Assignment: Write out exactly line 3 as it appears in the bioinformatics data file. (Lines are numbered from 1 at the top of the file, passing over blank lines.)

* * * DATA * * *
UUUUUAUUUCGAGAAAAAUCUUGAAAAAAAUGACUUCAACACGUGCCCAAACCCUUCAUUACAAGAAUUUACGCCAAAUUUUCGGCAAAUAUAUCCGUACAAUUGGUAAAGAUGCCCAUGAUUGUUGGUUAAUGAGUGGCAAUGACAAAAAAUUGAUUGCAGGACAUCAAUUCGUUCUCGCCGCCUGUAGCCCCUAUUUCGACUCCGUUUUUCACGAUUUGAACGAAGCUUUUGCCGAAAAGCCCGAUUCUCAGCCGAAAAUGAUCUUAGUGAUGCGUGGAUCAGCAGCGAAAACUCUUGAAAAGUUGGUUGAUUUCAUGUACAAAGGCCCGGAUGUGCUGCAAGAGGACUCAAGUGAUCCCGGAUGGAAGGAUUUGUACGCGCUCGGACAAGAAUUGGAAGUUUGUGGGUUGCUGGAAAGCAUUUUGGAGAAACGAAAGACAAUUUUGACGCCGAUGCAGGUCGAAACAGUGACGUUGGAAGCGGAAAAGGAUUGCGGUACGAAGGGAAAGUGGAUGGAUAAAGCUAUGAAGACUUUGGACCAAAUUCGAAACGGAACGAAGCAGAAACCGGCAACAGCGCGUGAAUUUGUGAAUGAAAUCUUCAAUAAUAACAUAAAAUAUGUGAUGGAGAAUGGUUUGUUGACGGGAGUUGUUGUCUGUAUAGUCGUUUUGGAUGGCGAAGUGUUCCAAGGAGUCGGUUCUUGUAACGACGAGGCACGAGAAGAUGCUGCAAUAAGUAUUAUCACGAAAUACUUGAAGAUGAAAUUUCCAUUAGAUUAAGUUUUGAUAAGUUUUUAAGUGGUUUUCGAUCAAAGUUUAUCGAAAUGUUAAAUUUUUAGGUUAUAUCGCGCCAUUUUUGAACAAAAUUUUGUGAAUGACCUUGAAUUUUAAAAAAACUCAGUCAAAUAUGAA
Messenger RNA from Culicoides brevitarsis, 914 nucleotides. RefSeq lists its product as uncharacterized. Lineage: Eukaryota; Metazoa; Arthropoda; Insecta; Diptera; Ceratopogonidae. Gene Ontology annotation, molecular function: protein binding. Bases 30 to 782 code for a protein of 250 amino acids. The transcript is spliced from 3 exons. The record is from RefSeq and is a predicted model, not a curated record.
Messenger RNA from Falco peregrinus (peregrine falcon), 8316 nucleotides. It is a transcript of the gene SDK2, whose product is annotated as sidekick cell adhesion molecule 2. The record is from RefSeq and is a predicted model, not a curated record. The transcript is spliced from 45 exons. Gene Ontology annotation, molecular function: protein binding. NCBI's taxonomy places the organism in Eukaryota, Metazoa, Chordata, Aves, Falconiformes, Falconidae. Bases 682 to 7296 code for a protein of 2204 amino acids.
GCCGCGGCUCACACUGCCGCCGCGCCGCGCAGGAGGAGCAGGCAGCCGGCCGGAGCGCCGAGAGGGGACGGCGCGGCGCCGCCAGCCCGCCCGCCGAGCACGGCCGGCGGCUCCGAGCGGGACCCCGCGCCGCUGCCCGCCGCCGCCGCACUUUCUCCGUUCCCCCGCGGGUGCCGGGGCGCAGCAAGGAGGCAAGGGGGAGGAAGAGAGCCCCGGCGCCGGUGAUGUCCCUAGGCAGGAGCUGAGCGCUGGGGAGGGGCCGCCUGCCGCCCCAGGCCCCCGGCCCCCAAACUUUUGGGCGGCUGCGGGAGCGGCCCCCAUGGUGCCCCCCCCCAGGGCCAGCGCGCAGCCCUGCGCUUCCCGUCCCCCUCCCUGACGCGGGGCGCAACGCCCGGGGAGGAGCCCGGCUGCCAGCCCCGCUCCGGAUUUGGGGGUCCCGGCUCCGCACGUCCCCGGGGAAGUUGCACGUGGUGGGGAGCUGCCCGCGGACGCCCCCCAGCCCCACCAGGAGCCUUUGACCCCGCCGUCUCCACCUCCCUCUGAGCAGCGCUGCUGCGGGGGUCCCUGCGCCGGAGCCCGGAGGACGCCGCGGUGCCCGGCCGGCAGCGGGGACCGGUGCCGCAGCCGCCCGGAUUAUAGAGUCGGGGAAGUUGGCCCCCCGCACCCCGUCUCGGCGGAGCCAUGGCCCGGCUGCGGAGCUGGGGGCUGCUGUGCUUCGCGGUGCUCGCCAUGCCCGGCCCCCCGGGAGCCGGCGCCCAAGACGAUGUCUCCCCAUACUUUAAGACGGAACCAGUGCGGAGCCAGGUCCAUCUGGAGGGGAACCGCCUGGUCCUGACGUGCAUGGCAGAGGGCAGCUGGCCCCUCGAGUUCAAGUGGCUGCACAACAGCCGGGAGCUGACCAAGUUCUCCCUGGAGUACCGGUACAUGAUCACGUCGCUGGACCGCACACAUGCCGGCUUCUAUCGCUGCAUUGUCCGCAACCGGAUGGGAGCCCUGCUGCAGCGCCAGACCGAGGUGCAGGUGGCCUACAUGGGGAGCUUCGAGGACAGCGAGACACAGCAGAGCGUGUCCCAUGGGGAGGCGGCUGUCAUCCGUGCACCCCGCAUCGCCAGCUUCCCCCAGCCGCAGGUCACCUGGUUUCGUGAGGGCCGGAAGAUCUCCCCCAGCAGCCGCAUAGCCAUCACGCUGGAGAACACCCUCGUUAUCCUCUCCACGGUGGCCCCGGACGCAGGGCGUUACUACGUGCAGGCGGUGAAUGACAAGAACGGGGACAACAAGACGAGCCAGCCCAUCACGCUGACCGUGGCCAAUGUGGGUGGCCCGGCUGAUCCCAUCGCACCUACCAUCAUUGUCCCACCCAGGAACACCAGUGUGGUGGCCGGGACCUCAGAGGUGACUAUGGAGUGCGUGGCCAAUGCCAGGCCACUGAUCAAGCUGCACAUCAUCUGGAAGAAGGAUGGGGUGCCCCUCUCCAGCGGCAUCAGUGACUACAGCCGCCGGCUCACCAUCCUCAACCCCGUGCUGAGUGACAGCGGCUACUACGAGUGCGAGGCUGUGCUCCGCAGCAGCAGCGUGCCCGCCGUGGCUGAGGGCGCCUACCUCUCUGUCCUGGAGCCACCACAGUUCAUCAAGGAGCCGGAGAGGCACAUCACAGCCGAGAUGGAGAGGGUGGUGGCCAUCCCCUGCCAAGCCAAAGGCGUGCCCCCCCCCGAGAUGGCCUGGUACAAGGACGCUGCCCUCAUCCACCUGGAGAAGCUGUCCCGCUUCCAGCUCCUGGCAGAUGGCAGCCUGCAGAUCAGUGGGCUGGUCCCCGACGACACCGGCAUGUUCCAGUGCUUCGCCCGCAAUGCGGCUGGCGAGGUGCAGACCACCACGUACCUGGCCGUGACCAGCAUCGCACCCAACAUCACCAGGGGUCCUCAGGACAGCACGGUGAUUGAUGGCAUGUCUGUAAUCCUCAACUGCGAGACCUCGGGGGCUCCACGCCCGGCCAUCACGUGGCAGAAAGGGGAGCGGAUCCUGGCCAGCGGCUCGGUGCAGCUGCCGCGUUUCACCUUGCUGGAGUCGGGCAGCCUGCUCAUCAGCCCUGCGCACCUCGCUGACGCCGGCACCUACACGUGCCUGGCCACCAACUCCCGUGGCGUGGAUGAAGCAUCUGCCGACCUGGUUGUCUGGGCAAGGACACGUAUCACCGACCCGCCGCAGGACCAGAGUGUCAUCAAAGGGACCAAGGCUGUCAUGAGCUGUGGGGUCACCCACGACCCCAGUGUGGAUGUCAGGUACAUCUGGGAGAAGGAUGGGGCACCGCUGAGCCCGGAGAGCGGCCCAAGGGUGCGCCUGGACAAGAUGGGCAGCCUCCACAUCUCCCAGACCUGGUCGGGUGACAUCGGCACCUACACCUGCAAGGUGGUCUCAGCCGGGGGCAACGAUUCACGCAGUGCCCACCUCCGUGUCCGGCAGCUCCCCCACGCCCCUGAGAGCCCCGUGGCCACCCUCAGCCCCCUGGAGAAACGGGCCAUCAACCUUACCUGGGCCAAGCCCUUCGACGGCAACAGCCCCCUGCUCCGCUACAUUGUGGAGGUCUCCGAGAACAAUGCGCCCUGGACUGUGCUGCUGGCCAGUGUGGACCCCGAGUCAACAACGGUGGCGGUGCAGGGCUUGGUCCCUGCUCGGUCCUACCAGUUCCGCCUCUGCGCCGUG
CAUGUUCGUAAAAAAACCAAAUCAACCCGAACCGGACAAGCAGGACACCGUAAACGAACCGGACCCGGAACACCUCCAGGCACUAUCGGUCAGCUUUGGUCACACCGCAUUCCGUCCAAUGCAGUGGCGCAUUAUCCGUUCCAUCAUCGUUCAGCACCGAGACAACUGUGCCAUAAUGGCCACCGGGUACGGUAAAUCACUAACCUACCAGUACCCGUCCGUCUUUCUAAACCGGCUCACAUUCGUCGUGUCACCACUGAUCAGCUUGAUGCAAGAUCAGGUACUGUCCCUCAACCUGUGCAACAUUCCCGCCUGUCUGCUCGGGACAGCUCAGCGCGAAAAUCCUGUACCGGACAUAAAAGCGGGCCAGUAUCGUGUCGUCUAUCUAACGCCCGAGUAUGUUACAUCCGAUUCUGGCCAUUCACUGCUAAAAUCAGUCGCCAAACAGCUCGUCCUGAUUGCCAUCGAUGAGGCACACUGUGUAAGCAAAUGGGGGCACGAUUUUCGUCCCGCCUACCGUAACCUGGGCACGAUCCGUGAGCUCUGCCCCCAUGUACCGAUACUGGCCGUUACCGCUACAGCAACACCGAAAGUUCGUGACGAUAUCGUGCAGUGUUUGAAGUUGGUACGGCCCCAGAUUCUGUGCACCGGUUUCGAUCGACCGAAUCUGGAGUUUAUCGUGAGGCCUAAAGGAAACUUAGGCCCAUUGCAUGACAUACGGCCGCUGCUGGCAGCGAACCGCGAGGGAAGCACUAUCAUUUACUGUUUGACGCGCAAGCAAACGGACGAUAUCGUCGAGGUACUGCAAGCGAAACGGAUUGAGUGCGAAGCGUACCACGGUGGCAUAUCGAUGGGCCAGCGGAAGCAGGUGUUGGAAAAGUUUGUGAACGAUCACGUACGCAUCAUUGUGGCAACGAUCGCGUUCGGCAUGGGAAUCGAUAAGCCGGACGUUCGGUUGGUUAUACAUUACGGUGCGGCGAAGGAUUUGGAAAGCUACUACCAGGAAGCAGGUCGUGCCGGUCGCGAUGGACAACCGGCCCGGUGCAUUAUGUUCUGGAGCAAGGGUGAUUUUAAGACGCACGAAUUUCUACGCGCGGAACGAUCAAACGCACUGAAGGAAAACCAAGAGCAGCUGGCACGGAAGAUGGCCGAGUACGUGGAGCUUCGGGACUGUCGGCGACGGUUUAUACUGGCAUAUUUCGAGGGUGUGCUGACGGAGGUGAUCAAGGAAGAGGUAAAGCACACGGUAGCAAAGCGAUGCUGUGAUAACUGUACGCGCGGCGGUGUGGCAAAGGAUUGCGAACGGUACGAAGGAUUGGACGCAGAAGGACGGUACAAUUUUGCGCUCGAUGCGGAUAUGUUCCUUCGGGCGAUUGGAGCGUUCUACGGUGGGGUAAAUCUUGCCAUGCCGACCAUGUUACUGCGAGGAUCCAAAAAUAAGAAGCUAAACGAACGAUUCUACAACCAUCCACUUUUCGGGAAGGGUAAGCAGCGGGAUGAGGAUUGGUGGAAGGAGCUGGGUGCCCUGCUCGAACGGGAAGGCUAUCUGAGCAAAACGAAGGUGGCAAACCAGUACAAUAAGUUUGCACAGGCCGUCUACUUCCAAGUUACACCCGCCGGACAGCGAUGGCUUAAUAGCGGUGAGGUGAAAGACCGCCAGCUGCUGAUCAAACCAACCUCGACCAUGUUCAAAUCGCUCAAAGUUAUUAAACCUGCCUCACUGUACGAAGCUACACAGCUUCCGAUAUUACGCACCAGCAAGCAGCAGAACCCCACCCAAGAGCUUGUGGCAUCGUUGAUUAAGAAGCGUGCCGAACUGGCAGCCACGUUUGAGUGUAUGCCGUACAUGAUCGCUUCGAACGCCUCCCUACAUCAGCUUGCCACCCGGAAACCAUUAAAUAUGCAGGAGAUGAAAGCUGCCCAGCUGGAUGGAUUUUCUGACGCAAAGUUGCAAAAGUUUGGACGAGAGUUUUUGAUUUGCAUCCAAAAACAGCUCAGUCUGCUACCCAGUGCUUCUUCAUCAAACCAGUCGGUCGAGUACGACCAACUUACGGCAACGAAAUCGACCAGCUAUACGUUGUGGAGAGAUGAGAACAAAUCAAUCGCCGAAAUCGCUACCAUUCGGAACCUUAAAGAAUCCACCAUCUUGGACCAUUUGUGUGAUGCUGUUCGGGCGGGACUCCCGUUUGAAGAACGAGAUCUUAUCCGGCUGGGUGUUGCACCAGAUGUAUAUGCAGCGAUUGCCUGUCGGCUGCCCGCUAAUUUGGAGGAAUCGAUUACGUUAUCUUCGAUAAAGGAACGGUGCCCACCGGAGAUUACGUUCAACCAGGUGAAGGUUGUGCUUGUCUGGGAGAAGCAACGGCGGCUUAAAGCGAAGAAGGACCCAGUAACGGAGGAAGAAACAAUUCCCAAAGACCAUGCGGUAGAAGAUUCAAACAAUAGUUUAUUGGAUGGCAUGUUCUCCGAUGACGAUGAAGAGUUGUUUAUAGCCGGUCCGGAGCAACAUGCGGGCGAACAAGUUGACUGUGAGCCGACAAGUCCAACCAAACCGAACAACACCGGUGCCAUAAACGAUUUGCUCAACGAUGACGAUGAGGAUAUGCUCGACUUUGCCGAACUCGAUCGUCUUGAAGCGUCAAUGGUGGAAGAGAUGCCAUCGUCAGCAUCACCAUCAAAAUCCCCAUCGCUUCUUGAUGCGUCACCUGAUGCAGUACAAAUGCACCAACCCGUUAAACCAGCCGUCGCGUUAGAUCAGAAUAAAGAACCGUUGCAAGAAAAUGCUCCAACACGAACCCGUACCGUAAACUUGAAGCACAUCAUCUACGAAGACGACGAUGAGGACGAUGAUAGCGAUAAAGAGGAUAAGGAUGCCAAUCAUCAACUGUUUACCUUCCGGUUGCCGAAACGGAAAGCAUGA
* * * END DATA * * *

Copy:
Messenger RNA from Falco peregrinus (peregrine falcon), 8316 nucleotides. It is a transcript of the gene SDK2, whose product is annotated as sidekick cell adhesion molecule 2. The record is from RefSeq and is a predicted model, not a curated record. The transcript is spliced from 45 exons. Gene Ontology annotation, molecular function: protein binding. NCBI's taxonomy places the organism in Eukaryota, Metazoa, Chordata, Aves, Falconiformes, Falconidae. Bases 682 to 7296 code for a protein of 2204 amino acids.